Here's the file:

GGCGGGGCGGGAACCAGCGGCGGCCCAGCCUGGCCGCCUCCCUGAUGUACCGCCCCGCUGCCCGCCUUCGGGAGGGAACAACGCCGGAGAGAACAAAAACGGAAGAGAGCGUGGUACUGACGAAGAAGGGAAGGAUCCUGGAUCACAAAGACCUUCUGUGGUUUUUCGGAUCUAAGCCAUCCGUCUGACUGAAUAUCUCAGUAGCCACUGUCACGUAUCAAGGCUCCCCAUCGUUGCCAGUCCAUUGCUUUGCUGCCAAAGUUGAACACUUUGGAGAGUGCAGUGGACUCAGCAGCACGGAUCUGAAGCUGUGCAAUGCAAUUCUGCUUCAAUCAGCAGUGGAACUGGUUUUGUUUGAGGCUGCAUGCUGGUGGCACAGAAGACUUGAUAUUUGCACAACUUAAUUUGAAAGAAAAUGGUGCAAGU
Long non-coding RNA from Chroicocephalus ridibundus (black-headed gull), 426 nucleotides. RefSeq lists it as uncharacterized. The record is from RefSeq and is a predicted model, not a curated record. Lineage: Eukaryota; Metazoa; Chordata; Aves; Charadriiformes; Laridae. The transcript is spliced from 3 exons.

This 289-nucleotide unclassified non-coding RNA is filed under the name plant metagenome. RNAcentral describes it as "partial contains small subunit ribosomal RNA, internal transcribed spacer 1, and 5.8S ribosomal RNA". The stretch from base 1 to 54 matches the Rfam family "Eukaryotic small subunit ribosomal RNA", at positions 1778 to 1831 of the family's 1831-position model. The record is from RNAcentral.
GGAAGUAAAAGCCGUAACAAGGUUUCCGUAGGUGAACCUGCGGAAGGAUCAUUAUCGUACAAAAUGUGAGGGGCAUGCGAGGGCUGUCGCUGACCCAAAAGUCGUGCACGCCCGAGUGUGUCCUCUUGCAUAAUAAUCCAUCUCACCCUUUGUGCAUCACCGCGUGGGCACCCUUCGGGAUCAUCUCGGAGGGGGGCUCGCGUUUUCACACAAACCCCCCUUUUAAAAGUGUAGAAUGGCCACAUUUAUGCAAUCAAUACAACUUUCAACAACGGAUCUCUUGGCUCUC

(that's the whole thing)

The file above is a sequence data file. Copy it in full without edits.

GGCGGGGCGGGAACCAGCGGCGGCCCAGCCUGGCCGCCUCCCUGAUGUACCGCCCCGCUGCCCGCCUUCGGGAGGGAACAACGCCGGAGAGAACAAAAACGGAAGAGAGCGUGGUACUGACGAAGAAGGGAAGGAUCCUGGAUCACAAAGACCUUCUGUGGUUUUUCGGAUCUAAGCCAUCCGUCUGACUGAAUAUCUCAGUAGCCACUGUCACGUAUCAAGGCUCCCCAUCGUUGCCAGUCCAUUGCUUUGCUGCCAAAGUUGAACACUUUGGAGAGUGCAGUGGACUCAGCAGCACGGAUCUGAAGCUGUGCAAUGCAAUUCUGCUUCAAUCAGCAGUGGAACUGGUUUUGUUUGAGGCUGCAUGCUGGUGGCACAGAAGACUUGAUAUUUGCACAACUUAAUUUGAAAGAAAAUGGUGCAAGU
Long non-coding RNA from Chroicocephalus ridibundus (black-headed gull), 426 nucleotides. RefSeq lists it as uncharacterized. The record is from RefSeq and is a predicted model, not a curated record. Lineage: Eukaryota; Metazoa; Chordata; Aves; Charadriiformes; Laridae. The transcript is spliced from 3 exons.

This 289-nucleotide unclassified non-coding RNA is filed under the name plant metagenome. RNAcentral describes it as "partial contains small subunit ribosomal RNA, internal transcribed spacer 1, and 5.8S ribosomal RNA". The stretch from base 1 to 54 matches the Rfam family "Eukaryotic small subunit ribosomal RNA", at positions 1778 to 1831 of the family's 1831-position model. The record is from RNAcentral.
GGAAGUAAAAGCCGUAACAAGGUUUCCGUAGGUGAACCUGCGGAAGGAUCAUUAUCGUACAAAAUGUGAGGGGCAUGCGAGGGCUGUCGCUGACCCAAAAGUCGUGCACGCCCGAGUGUGUCCUCUUGCAUAAUAAUCCAUCUCACCCUUUGUGCAUCACCGCGUGGGCACCCUUCGGGAUCAUCUCGGAGGGGGGCUCGCGUUUUCACACAAACCCCCCUUUUAAAAGUGUAGAAUGGCCACAUUUAUGCAAUCAAUACAACUUUCAACAACGGAUCUCUUGGCUCUC